Medicine (RMH) - Research Publications

Permanent URI for this collection

Search Results

Now showing 1 - 10 of 80
  • Item
    No Preview Available
    Early and progressive dysfunction revealed by in vivo neurite imaging in the rNLS8 TDP-43 mouse model of ALS.
    Zamani, A ; Walker, AK ; Rollo, B ; Ayers, KL ; Farah, R ; O'Brien, TJ ; Wright, DK (Elsevier BV, 2022)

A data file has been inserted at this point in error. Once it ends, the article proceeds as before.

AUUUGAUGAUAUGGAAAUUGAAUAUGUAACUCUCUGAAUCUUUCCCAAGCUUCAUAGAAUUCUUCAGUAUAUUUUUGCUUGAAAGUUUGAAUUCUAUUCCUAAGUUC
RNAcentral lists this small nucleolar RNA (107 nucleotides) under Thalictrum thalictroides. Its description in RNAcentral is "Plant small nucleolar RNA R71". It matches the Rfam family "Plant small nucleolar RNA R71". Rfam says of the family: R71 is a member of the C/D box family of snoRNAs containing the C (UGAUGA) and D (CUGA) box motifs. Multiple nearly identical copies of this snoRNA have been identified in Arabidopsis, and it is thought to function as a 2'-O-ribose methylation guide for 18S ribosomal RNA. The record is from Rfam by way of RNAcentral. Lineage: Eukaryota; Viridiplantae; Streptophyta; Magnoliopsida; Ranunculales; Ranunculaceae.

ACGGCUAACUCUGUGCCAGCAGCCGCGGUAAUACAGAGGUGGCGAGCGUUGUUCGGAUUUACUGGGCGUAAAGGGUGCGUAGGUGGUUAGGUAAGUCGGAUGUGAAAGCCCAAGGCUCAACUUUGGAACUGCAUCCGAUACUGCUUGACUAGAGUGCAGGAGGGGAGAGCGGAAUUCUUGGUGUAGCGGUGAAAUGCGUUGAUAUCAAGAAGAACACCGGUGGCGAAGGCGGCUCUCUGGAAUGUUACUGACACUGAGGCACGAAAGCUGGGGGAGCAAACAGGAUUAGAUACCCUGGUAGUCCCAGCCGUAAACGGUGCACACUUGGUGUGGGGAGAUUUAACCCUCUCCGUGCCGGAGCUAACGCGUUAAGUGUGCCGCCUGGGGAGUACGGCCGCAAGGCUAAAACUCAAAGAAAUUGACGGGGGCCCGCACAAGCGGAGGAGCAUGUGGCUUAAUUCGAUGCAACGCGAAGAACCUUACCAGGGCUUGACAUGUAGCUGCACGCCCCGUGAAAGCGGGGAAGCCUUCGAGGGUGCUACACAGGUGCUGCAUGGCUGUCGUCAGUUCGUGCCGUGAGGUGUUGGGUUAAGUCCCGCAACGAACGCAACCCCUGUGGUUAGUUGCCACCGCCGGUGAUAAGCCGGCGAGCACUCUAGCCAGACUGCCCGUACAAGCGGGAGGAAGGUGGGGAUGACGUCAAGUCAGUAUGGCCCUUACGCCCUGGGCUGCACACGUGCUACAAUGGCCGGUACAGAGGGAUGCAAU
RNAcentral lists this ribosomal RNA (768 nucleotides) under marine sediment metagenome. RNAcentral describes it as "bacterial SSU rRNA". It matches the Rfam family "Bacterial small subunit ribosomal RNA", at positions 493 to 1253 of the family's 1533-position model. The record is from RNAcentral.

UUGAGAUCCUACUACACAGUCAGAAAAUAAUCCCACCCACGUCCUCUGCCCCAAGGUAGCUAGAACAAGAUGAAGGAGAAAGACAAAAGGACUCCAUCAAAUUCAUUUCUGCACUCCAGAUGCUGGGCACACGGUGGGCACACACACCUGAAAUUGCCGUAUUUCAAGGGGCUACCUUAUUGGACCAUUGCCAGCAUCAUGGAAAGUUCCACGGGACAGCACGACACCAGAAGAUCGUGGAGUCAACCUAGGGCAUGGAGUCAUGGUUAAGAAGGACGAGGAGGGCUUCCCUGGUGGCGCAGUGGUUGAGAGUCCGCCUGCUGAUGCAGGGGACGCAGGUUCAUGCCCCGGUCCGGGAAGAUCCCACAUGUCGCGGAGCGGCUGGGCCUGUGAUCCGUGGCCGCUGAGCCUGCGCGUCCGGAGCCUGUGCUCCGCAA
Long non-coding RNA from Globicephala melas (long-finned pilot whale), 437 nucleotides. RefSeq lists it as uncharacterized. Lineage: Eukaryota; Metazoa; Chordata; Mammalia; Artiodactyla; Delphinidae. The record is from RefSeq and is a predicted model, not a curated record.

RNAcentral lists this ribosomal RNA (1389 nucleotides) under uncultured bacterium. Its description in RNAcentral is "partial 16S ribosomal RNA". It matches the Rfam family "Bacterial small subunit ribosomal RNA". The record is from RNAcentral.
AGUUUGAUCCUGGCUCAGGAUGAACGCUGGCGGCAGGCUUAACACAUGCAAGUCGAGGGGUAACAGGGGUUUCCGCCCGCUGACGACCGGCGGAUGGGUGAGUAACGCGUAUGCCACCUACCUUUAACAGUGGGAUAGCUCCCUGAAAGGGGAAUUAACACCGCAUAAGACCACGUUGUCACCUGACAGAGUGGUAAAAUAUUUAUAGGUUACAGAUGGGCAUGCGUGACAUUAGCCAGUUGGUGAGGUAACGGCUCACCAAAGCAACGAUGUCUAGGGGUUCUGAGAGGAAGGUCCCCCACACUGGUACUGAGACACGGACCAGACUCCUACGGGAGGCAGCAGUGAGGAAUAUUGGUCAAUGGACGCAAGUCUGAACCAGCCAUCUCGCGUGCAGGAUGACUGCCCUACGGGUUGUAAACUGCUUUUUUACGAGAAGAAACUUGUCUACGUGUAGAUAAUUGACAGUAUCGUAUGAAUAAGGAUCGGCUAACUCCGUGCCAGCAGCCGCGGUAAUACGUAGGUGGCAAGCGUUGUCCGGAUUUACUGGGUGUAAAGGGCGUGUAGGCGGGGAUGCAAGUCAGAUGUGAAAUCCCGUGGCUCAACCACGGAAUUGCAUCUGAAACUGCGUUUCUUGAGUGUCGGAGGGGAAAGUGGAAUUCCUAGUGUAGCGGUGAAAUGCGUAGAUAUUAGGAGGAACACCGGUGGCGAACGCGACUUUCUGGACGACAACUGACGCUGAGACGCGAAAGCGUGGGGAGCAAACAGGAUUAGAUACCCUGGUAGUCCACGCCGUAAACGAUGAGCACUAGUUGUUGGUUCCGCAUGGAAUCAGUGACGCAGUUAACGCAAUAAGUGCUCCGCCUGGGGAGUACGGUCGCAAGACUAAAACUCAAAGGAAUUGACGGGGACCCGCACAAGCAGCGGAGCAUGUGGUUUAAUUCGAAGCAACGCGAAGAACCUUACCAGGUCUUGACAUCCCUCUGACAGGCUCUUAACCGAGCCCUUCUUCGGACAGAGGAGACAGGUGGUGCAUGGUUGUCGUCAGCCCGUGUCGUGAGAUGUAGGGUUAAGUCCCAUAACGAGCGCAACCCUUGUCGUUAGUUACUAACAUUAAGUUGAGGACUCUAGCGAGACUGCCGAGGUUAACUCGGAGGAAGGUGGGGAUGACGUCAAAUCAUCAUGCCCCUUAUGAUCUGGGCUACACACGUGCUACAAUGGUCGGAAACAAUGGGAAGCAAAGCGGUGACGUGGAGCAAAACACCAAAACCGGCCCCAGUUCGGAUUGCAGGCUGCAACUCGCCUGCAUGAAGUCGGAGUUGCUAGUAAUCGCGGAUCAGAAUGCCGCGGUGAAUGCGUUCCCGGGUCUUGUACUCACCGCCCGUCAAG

Amyotrophic lateral sclerosis (ALS) is characterized by transactive response DNA-binding protein 43 (TDP-43) pathology, progressive loss of motor neurons and muscle dysfunction. Symptom onset can be insidious and diagnosis challenging. Conventional neuroimaging is used to exclude ALS mimics, however more advanced neuroimaging techniques may facilitate an earlier diagnosis. Here, we investigate the potential for neurite orientation dispersion and density imaging and diffusion tensor imaging (DTI) to detect microstructural changes in an experimental model of ALS with neuronal doxycycline (Dox)-suppressible overexpression of human TDP-43 (hTDP-43). In vivo diffusion-weighted imaging (DWI) was acquired 1- and 3- weeks following the initiation of hTDP-43 expression (post-Dox) to investigate whether neurite density imaging (NDI) and orientation dispersion imaging (ODI) are affected early in this preclinical model of ALS and if so, how these metrics compare to those derived from the diffusion tensor. Tract-based spatial statistics at 1-week post-Dox, i.e. very early in the disease stage, demonstrated increased NDI in TDP-43 mice but no change in ODI or DTI metrics. At 3-weeks post-Dox, a reduced pattern of increased NDI was observed along with widespread increases in ODI, and decreased fractional anisotropy (FA), apparent diffusion coefficient (ADC) and axial diffusivity (AD). A hypothesis driven analysis of the bilateral corticospinal tracts demonstrated that at 1-week post-Dox, ODI was significantly increased caudally but decreased in the motor cortex of TDP-43 mice. Decreased cortical ODI had normalized by 3-weeks post-Dox and only significant increases were observed. A similar, but inverse pattern in FA was also observed. Together, these results suggest a non-monotonic relationship between DWI metrics and pathophysiological progression with TDP-43 mice exhibiting significantly altered diffusion metrics consistent with early inflammation followed by progressive axonal degeneration. Importantly, significant group-wise changes were observed in the earliest stages of disease when subtle pathology may be more elusive to traditional structural imaging techniques.